While the contract counts each ICBM and SLBM re-entry vehicle as a single warhead, the rules for counting warheads assigned to heavy bombers are more complicated. Any Russian heavy bomber equipped with long-range nuclear ALCM (defined as a maximum range of 600 km or more) up to a total of 180 bombers counts as eight warheads towards the limit of 6,000 warheads, although existing Russian heavy bomber types can carry between six and 16 ALCM. For each Russian heavy bomber above the 180 level, the actual number of AGC is counted within the limit of 6,000 warheads. Similarly, each ALCM long-range nuclear bomber carrying up to a total of 150 bombers counts as 10 warheads towards the limit of 6,000 warheads, and each bomber over 150 has counted the actual number of ALCM it can carry relative to the warhead limit. Bombers that are not equipped for long-range nuclear AMCs are counted as a warhead. On January 4, a Russian Foreign Ministry issued a statement accusing the United States of violating START I by failing to apply contractually approved elimination procedures to the second and third stages of peacekeeper iCBMs (MX). The statement also warned that the U.S. government would violate the INF Treaty if these steps were used to create an IRBM under the guise of developing a ballistic missile target. The statement also claims that the target of the Hera ballistic missile, which uses the Minuteman II stage, is in fact an IRBM and that its existence constitutes a violation of the INF Treaty.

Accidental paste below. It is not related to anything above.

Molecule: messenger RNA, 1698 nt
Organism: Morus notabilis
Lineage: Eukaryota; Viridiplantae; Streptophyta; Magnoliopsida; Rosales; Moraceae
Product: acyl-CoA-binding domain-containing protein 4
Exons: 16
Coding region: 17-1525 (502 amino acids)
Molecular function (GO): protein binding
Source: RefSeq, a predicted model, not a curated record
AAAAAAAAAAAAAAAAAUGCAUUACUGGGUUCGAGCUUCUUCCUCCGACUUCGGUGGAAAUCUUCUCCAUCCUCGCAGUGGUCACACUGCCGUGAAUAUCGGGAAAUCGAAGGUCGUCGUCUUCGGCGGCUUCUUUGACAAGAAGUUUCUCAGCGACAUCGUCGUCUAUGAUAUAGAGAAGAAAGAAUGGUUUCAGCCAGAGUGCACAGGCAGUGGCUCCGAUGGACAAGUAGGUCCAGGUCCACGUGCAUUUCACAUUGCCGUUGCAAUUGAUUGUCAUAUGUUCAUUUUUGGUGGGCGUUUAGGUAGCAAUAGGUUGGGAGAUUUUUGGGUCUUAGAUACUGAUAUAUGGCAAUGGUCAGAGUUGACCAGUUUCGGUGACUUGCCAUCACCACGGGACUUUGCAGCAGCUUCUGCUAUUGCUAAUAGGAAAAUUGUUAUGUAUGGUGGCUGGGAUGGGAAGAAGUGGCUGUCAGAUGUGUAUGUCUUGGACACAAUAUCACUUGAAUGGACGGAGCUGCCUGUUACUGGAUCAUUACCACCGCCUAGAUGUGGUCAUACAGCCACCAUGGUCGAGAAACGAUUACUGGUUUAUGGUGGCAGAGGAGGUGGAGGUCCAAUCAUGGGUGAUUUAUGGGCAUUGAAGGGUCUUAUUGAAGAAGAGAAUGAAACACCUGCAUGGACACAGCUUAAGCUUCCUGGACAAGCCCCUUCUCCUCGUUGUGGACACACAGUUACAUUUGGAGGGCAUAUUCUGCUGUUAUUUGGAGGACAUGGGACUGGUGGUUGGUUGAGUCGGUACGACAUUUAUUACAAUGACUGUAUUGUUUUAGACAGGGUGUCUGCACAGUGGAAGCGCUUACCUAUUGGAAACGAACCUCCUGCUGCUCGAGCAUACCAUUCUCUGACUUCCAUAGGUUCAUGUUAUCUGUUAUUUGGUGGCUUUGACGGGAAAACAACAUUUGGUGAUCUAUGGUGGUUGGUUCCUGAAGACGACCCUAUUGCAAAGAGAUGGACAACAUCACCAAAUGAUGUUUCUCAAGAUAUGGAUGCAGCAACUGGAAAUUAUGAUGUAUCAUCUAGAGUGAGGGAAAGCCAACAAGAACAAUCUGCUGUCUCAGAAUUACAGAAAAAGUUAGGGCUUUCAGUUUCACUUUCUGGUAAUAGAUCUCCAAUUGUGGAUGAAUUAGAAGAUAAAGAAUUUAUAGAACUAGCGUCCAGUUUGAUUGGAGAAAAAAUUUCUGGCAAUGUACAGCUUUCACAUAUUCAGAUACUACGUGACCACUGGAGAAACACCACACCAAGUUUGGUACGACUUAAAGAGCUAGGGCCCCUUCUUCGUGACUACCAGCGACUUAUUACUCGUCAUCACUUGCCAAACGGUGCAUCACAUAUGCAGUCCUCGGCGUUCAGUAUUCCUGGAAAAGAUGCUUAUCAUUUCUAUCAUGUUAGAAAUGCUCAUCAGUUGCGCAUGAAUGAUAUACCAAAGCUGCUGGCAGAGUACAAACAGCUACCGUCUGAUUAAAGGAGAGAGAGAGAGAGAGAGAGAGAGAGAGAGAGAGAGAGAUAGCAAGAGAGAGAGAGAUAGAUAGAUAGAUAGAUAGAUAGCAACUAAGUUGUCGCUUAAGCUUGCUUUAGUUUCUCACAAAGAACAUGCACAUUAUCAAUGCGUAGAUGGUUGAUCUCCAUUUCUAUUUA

The U.S. Senate passes the Nunn-Lugar Act, which establishes the Cooperative Threat Reduction (RTC) program. The programme will provide financial and technical assistance to the States of the former Soviet Union for the securing and dismantling of nuclear weapons and their storage in fissile material; Remove thousands of warheads from their territories; and employing nuclear scientists in civilian activities. Since 1991, the CTR program has received more than $5.9 billion annually in defenses. In May 1992, the former Soviet republics of Belarus, Kazakhstan and Ukraine signed the Lisbon Protocol to start I, demonstrating their intention to accede to the Treaty on the Non-Proliferation of Nuclear Weapons as non-nuclear-weapon States. However, over the next year, the situation changed dramatically for a number of reasons. Concerns about the proliferation of nuclear weapons increased interest in banning tests when France detonated its first weapon in 1960 and the People`s Republic of China appeared to be on the verge of successfully building its own atomic bomb. However, it was the rapid escalation of the Cuban Missile Crisis in October 1962 that forced the leaders of the United States and the Soviet Union to more aggressively seek a deal that could help them avoid the devastating destruction that a nuclear war would bring. .